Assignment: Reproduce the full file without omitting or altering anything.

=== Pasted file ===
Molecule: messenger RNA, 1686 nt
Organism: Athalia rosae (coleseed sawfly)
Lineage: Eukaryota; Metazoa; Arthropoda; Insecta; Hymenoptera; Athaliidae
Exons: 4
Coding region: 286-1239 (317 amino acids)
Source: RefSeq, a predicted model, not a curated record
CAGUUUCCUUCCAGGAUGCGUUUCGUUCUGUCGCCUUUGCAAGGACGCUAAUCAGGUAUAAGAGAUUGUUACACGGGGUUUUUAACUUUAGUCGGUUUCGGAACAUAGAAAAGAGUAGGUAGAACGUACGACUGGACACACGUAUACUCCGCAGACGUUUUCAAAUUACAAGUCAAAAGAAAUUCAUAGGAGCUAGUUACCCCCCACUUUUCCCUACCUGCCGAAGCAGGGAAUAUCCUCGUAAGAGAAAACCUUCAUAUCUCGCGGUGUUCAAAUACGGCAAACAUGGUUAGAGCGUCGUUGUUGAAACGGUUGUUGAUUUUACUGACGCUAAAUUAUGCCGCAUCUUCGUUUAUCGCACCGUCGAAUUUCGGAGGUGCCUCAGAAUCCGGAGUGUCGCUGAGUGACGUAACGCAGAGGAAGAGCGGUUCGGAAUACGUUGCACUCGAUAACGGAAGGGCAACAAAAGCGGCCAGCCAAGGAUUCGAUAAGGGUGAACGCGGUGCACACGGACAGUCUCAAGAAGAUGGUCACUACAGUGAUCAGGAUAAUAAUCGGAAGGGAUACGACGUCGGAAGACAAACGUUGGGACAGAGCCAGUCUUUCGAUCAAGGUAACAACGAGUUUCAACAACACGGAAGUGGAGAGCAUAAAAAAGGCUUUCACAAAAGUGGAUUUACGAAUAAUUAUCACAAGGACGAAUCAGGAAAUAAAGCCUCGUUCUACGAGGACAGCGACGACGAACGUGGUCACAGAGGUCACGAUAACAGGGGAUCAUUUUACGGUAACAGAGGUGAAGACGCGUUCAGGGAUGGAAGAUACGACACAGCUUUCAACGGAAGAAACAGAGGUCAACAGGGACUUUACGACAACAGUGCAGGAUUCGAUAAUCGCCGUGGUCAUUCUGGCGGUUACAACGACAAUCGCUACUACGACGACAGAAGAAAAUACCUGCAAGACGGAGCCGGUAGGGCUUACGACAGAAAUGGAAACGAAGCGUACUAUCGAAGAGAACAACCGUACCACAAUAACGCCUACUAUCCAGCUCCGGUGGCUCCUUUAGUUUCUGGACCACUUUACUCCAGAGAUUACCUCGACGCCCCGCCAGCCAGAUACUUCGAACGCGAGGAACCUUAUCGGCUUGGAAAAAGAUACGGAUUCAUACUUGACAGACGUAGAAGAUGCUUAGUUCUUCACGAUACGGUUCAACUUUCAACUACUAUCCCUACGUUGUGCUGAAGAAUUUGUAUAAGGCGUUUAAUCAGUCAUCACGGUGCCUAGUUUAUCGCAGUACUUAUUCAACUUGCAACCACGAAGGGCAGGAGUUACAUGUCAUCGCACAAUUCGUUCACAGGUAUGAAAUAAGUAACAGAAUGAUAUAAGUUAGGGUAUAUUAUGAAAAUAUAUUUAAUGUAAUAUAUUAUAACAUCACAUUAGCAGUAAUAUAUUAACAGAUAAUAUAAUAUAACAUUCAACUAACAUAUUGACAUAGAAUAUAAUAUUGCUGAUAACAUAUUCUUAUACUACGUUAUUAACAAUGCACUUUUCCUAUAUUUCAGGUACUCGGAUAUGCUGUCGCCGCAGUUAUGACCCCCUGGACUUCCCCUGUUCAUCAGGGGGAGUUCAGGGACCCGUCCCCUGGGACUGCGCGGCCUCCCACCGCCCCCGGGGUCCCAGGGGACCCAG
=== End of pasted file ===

Molecule: messenger RNA, 1686 nt
Organism: Athalia rosae (coleseed sawfly)
Lineage: Eukaryota; Metazoa; Arthropoda; Insecta; Hymenoptera; Athaliidae
Exons: 4
Coding region: 286-1239 (317 amino acids)
Source: RefSeq, a predicted model, not a curated record
CAGUUUCCUUCCAGGAUGCGUUUCGUUCUGUCGCCUUUGCAAGGACGCUAAUCAGGUAUAAGAGAUUGUUACACGGGGUUUUUAACUUUAGUCGGUUUCGGAACAUAGAAAAGAGUAGGUAGAACGUACGACUGGACACACGUAUACUCCGCAGACGUUUUCAAAUUACAAGUCAAAAGAAAUUCAUAGGAGCUAGUUACCCCCCACUUUUCCCUACCUGCCGAAGCAGGGAAUAUCCUCGUAAGAGAAAACCUUCAUAUCUCGCGGUGUUCAAAUACGGCAAACAUGGUUAGAGCGUCGUUGUUGAAACGGUUGUUGAUUUUACUGACGCUAAAUUAUGCCGCAUCUUCGUUUAUCGCACCGUCGAAUUUCGGAGGUGCCUCAGAAUCCGGAGUGUCGCUGAGUGACGUAACGCAGAGGAAGAGCGGUUCGGAAUACGUUGCACUCGAUAACGGAAGGGCAACAAAAGCGGCCAGCCAAGGAUUCGAUAAGGGUGAACGCGGUGCACACGGACAGUCUCAAGAAGAUGGUCACUACAGUGAUCAGGAUAAUAAUCGGAAGGGAUACGACGUCGGAAGACAAACGUUGGGACAGAGCCAGUCUUUCGAUCAAGGUAACAACGAGUUUCAACAACACGGAAGUGGAGAGCAUAAAAAAGGCUUUCACAAAAGUGGAUUUACGAAUAAUUAUCACAAGGACGAAUCAGGAAAUAAAGCCUCGUUCUACGAGGACAGCGACGACGAACGUGGUCACAGAGGUCACGAUAACAGGGGAUCAUUUUACGGUAACAGAGGUGAAGACGCGUUCAGGGAUGGAAGAUACGACACAGCUUUCAACGGAAGAAACAGAGGUCAACAGGGACUUUACGACAACAGUGCAGGAUUCGAUAAUCGCCGUGGUCAUUCUGGCGGUUACAACGACAAUCGCUACUACGACGACAGAAGAAAAUACCUGCAAGACGGAGCCGGUAGGGCUUACGACAGAAAUGGAAACGAAGCGUACUAUCGAAGAGAACAACCGUACCACAAUAACGCCUACUAUCCAGCUCCGGUGGCUCCUUUAGUUUCUGGACCACUUUACUCCAGAGAUUACCUCGACGCCCCGCCAGCCAGAUACUUCGAACGCGAGGAACCUUAUCGGCUUGGAAAAAGAUACGGAUUCAUACUUGACAGACGUAGAAGAUGCUUAGUUCUUCACGAUACGGUUCAACUUUCAACUACUAUCCCUACGUUGUGCUGAAGAAUUUGUAUAAGGCGUUUAAUCAGUCAUCACGGUGCCUAGUUUAUCGCAGUACUUAUUCAACUUGCAACCACGAAGGGCAGGAGUUACAUGUCAUCGCACAAUUCGUUCACAGGUAUGAAAUAAGUAACAGAAUGAUAUAAGUUAGGGUAUAUUAUGAAAAUAUAUUUAAUGUAAUAUAUUAUAACAUCACAUUAGCAGUAAUAUAUUAACAGAUAAUAUAAUAUAACAUUCAACUAACAUAUUGACAUAGAAUAUAAUAUUGCUGAUAACAUAUUCUUAUACUACGUUAUUAACAAUGCACUUUUCCUAUAUUUCAGGUACUCGGAUAUGCUGUCGCCGCAGUUAUGACCCCCUGGACUUCCCCUGUUCAUCAGGGGGAGUUCAGGGACCCGUCCCCUGGGACUGCGCGGCCUCCCACCGCCCCCGGGGUCCCAGGGGACCCAG